If you have ever wondered why the Synodontis catfish of Lake Tanganyika look remarkably similar to each other in terms of colour pattern, Jeremy Wright of the University of Michigan may have the answer.
He has identified a form of mimicry rarely seen in fishes that explains this similarity in colour pattern in a study to be published in a forthcoming issue of the journal Evolution.
Biological mimicry in animals can be classified into four major forms, of which the two most common are Batesian and Müllerian mimicry.
In Batesian mimicry, a mimic physically resembles a model but does not have the attribute the latter possesses that makes it unprofitable to predators (e.g. unpalatability); whereas in Müllerian mimicry, a number of species possessing a similar anti-predator attribute share an aposematic (or warning) coloration.
The most widely accepted models of Müllerian mimicry evolution assume that the mimic and models are not closely related, and that they have evolved to look like each other through convergence.
In his study, Wright shows that the Synodontis catfishes of Lake Tanganyika are Müllerian mimics of each other, and that contrary to most common models of Müllerian mimicry evolution, have evolved their warning coloration through the diversification of a common ancestor rather than through convergent evolution.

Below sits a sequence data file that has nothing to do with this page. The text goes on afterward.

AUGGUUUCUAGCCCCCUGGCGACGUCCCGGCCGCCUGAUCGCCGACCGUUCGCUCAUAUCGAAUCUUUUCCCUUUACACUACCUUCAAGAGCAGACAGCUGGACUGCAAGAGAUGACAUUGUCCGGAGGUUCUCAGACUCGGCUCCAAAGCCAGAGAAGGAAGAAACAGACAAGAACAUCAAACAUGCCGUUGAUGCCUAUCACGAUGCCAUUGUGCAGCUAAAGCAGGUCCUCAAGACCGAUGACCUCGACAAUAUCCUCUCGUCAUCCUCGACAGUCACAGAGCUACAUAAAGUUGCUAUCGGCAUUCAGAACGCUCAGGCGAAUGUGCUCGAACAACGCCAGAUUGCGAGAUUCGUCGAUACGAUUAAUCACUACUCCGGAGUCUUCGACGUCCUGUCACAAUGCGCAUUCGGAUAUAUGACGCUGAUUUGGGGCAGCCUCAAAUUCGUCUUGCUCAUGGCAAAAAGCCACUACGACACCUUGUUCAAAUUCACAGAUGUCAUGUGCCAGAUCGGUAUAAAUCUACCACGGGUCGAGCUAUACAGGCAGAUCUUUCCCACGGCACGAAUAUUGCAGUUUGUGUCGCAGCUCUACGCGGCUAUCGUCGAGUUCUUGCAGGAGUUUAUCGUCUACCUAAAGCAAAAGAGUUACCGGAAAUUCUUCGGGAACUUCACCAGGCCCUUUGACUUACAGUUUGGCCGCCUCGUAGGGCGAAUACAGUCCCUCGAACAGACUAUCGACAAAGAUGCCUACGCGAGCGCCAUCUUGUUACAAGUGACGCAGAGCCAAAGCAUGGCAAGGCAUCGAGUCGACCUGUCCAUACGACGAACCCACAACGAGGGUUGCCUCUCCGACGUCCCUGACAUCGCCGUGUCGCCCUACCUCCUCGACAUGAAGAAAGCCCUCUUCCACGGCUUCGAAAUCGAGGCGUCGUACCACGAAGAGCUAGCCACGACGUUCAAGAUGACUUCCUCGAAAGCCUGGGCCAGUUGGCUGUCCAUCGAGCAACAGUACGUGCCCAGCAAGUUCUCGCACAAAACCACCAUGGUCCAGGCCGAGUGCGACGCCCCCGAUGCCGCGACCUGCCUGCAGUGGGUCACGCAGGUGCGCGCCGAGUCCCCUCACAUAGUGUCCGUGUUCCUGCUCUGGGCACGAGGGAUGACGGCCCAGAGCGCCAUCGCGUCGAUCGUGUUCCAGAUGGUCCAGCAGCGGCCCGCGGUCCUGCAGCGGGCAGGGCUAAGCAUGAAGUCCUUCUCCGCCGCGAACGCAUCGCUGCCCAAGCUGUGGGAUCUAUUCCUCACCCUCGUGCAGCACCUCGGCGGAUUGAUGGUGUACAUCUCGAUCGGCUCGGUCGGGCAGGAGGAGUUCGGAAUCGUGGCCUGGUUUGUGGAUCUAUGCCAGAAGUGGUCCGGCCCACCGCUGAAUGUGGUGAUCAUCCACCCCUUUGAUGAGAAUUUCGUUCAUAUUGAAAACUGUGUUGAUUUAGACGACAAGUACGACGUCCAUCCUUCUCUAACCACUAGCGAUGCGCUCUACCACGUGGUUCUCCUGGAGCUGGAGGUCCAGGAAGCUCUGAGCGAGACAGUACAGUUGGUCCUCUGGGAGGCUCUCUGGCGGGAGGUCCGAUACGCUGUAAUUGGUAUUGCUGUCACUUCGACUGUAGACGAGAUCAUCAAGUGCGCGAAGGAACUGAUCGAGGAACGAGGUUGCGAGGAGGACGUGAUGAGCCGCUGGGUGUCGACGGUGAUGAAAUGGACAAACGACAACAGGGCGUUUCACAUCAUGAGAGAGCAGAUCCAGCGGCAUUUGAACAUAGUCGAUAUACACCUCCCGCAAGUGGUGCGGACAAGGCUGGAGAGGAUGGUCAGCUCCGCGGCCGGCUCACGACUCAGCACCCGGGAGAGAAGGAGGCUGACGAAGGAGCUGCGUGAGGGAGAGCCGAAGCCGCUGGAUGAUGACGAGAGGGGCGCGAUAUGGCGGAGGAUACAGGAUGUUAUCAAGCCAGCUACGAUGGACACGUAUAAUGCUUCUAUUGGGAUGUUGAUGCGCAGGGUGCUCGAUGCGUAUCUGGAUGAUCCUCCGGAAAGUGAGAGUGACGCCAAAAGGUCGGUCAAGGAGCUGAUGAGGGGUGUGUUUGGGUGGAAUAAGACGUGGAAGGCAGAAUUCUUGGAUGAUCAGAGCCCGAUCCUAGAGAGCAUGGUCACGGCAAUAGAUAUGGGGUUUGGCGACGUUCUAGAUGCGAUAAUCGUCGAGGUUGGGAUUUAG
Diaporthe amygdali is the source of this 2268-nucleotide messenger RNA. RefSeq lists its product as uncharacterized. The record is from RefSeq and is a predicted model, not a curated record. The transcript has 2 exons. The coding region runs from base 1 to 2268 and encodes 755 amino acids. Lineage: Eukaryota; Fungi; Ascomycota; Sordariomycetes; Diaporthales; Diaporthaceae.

Wright carried out a series of experiments to show that the typical colour pattern of many Lake Tanganyika Synodontis catfish, which consists of numerous medium-sized black spots on a brown body and boldly marked fins, is aposematic. He did so by exposing a large, visually hunting predator (Largemouth bass, Micropterus salmoides) to individuals of S. multipunctata, S. petricola or Pimephales vigilax (the Bullhead minnow, used as a control).
Repeating the experiment by eliminating both olfactory (by exposing conditioned bass to prey fish in a clear plastic bag) as well as other uncontrollable non-visual cues (by exposing conditioned fish to models), Wright found that the bass quickly became conditioned to avoid attacking the catfish, as well as models painted to look like the catfish.
The reason behind the reluctance to attack the catfish became clear once he studied the fin spine anatomy (revealing the presence of venom glands), as well as examined the effects of injecting the venom gland extracts into Largemouth bass (resulting in the appearance of a large dark spot originating from the injection site, loss of colour over the remainder of the body, and general lethargy).
By reconstructing ancestral states in published phylogenetic analyses of the Lake Tanganyika Synodontis and statistically comparing colour pattern divergence in the group, Wright was able to show that the aposematic coloration of the Lake Tanganyika Synodontis catfishes was derived from a single similarly-patterned common ancestor.
For more information, see the paper: Wright, JJ (2010) Conservative coevolution of Müllerian mimicry in a group of Rift Lake catfish. Evolution doi:10.1111/j.1558-5646.2010.01149.